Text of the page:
• Paul Thurrott

      In reply to AnthonyB:

      Interesting, thanks for this. I will check out Nine.

  7. Dan

    Use Nine instead, such a better app for email and contact management.

  8. Narg

    The one thing that keeps me away from Outlook on Android or iOS is the battery usage.  It seems to eat battery.  I couldn't find any way to change the mail reception from push to timed, which would save a ton of battery.

    That and the items Paul mentioned are pretty much show stoppers for me too.  OEM e-mail has usually worked best for me on mobile.  On desktop, I'll stick to web mail.  Far less failures with web mail.

  9. scd147

    I tried alerting them to a bug, and got a run-around so I've uninstalled it once again and will try again in a few months when I see a new release or forget how they burned me last time. This problem is a bit of a rabbit hole but I'll try and summarize. I needed an attached receipt from an email, but it was from a few weeks before I set up Outlook on the phone so the email never downloaded. I did a search which (found out later) includes results from the server as well as whatever is sitting on the phone. However, results from the server don't seem to list attachments, and there is no symbol to say "download message and get your attachment" or anything like that. Now, using the built in Gmail app, I was able to find the message with its attachment doing the same search, no problem. So the attachment was/is still there. At this point I opened a ticket with them and said to the effect "I can't find my attachments, but I know it's there". I got a response back telling me to look for the paperclip... UGH..., won't get upset, won't get upset.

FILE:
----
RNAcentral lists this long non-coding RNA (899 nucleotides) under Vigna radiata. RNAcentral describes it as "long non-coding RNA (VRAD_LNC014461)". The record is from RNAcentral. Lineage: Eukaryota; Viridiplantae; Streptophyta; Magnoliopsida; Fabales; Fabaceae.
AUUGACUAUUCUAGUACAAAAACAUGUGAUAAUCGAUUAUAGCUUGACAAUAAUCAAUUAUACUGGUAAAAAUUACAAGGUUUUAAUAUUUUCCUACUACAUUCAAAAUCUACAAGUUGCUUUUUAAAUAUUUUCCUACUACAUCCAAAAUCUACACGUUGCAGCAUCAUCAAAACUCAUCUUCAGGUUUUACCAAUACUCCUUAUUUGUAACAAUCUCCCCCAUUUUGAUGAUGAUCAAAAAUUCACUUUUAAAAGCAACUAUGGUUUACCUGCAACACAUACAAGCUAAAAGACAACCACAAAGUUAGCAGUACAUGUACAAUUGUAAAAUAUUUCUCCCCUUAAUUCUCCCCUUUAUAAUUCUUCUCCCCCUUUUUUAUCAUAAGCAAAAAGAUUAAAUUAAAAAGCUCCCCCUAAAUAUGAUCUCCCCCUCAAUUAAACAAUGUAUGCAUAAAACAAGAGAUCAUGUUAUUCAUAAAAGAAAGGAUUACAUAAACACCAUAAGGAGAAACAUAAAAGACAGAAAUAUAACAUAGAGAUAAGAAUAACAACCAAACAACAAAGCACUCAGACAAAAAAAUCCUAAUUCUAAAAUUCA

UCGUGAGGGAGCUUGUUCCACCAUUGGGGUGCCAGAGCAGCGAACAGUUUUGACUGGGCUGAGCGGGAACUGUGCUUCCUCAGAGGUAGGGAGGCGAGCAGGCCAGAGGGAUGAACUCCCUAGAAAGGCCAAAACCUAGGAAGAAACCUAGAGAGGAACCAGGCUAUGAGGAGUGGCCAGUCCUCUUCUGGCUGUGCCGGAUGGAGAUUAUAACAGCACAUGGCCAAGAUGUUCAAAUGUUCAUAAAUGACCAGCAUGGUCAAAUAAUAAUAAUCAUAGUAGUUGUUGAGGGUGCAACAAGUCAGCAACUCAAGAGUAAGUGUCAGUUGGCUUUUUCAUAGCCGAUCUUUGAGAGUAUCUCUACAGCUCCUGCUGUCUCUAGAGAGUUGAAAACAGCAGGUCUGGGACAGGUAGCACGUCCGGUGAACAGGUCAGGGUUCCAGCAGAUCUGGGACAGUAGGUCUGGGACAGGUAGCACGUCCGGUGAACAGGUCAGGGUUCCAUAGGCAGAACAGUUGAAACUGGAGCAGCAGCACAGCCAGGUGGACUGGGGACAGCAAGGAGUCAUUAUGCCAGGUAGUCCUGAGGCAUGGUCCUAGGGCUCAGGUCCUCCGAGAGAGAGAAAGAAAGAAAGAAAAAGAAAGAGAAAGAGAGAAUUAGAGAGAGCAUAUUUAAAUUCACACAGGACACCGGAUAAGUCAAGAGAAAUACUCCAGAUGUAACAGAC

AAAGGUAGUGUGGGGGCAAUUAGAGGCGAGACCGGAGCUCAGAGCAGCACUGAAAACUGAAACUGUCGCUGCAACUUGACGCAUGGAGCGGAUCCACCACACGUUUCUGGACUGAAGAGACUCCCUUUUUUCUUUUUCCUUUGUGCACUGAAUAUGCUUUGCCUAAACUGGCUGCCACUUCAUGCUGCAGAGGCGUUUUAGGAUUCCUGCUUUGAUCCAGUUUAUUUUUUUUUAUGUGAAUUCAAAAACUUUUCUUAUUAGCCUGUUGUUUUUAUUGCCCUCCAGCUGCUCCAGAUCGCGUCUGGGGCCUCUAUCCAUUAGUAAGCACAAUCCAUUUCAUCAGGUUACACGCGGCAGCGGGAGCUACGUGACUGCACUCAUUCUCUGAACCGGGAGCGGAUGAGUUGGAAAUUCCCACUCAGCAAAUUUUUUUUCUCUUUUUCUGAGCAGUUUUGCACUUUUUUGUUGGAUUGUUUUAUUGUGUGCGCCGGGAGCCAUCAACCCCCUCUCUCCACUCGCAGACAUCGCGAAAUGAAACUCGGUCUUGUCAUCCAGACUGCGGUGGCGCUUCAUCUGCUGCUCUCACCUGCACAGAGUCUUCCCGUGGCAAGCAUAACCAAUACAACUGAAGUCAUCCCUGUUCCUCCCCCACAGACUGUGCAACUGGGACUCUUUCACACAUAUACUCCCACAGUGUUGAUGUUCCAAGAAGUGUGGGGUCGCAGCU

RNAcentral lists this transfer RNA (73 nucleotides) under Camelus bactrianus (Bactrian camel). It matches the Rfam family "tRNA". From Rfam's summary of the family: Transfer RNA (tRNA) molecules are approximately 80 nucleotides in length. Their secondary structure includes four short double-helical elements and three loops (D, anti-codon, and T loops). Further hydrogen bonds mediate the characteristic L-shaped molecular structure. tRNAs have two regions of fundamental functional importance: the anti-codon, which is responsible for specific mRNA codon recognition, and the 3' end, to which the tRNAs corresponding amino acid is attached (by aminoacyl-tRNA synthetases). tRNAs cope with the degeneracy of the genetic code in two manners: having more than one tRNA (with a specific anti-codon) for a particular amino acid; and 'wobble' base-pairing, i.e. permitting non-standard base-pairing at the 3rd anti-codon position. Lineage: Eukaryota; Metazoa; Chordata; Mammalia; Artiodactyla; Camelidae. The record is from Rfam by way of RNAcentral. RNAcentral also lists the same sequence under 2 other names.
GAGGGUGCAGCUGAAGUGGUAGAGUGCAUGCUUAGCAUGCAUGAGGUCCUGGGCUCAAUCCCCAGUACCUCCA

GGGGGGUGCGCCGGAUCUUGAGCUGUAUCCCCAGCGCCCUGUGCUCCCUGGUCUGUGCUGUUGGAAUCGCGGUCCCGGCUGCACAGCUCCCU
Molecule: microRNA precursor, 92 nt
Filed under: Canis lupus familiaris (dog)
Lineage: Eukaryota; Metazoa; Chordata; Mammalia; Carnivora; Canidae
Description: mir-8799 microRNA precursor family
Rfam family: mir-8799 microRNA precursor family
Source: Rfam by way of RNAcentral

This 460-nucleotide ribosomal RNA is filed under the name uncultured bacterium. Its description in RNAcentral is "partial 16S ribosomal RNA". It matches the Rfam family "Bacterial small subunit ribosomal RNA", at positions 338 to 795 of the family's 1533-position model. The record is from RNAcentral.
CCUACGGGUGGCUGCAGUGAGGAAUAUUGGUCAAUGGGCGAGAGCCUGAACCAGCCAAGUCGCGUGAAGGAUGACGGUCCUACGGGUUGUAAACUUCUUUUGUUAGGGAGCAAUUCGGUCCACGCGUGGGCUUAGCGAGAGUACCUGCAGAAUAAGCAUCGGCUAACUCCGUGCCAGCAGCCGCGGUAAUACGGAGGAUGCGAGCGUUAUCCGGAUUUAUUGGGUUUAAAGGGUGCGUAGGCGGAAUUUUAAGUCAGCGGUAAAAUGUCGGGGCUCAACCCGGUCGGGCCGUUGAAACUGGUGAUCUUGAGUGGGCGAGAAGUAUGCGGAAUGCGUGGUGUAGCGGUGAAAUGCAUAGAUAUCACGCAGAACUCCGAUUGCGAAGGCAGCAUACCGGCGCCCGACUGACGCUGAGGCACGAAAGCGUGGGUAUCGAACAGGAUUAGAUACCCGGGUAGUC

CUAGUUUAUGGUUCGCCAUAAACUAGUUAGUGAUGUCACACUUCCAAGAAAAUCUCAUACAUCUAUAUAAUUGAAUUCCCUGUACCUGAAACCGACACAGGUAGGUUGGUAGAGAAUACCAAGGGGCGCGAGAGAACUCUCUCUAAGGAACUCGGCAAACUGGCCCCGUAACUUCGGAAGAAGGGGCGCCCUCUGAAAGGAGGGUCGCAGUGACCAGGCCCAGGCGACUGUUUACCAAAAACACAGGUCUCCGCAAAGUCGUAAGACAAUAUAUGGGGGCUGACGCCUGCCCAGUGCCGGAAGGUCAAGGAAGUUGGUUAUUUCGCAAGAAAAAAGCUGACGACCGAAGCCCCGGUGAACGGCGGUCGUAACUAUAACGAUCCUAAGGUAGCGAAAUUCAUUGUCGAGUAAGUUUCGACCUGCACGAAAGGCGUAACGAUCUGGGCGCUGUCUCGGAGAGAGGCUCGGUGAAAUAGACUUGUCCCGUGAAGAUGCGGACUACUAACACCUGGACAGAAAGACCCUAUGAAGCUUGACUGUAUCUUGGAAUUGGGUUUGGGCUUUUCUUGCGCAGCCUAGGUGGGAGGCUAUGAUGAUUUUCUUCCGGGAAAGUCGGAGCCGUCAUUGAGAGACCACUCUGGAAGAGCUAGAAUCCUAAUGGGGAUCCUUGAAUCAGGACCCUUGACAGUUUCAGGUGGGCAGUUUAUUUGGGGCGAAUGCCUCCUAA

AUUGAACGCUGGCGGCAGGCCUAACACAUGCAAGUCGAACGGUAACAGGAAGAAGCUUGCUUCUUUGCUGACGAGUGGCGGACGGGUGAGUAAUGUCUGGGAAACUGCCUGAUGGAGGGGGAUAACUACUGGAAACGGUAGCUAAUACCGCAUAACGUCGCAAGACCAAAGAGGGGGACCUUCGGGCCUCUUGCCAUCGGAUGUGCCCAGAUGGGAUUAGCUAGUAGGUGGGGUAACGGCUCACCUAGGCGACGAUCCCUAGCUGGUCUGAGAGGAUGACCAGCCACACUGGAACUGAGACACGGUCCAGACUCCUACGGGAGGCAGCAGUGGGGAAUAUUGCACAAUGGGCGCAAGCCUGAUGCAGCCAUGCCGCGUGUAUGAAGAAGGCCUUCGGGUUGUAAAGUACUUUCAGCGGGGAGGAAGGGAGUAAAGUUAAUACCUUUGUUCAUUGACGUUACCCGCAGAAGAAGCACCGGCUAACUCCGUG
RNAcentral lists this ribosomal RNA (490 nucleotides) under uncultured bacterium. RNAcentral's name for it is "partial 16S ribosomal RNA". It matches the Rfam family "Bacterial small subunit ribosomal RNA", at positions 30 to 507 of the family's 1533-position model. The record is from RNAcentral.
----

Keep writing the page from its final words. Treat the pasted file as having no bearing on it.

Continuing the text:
Anyway, Finally I decided instead of searching for this email in the app, to scroll down down down. You get a button that says "Download Older" or something, and it pulls a batch of emails by date down to phone as you scroll back in time. When I finally scrolled down far enough to find this message, now the attachment was there. Okay... so then I tried searching again, now that the message is definitely downloaded. I Found the attachment again. Definitely the problem is there is no way to tell that the message from a search may not be downloaded to the phone, and a simple fix is a button or indicator that tells you there is more to this message than you have.

    I explained this to them, and as you can see above, I can't summarize, I know this about me, but I did try to explain it to them. They said, good glad its resolved. Then they closed the ticket. So I opened it again and said, "No... This issue is not resolved, I found my attachment but from the way this works, you have a defect. Please bear in mind I did not have to do any of this investigating to find my message and attachment in the Gmail app." And they suggested I submit a feature request. By that point I was exhausted and just uninstalled the app. The more I try it and interact with that support team the more bewildering it is that Microsoft would by them and put their much more valuable product name on it. Should have left them alone, not for their sake, but for everybody elses.

  10. Allen

    Once established, should you decide to use it, 'Schedule' cannot be turned off, moved, renamed or changed. (At least I haven't found a way to do so and those at MS who have tried to help say it can't be done).

  11. TechnologyTemperance

    One big plus to Outlook on Android (and I believe iOS):  You can set your Out of Office message on an exchange/365 server.  That is unbelievably handy!

  12. Nicolas De Roo

    I really like Outlook Mobile, I just don't get why on Android I have to be connected to the internet to turn of an appointment reminder. If I'm not connected, I get a reminder sound every minute... Very annoying in places without 4G or wifi connection.

  13. fedrick

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  14. belgaard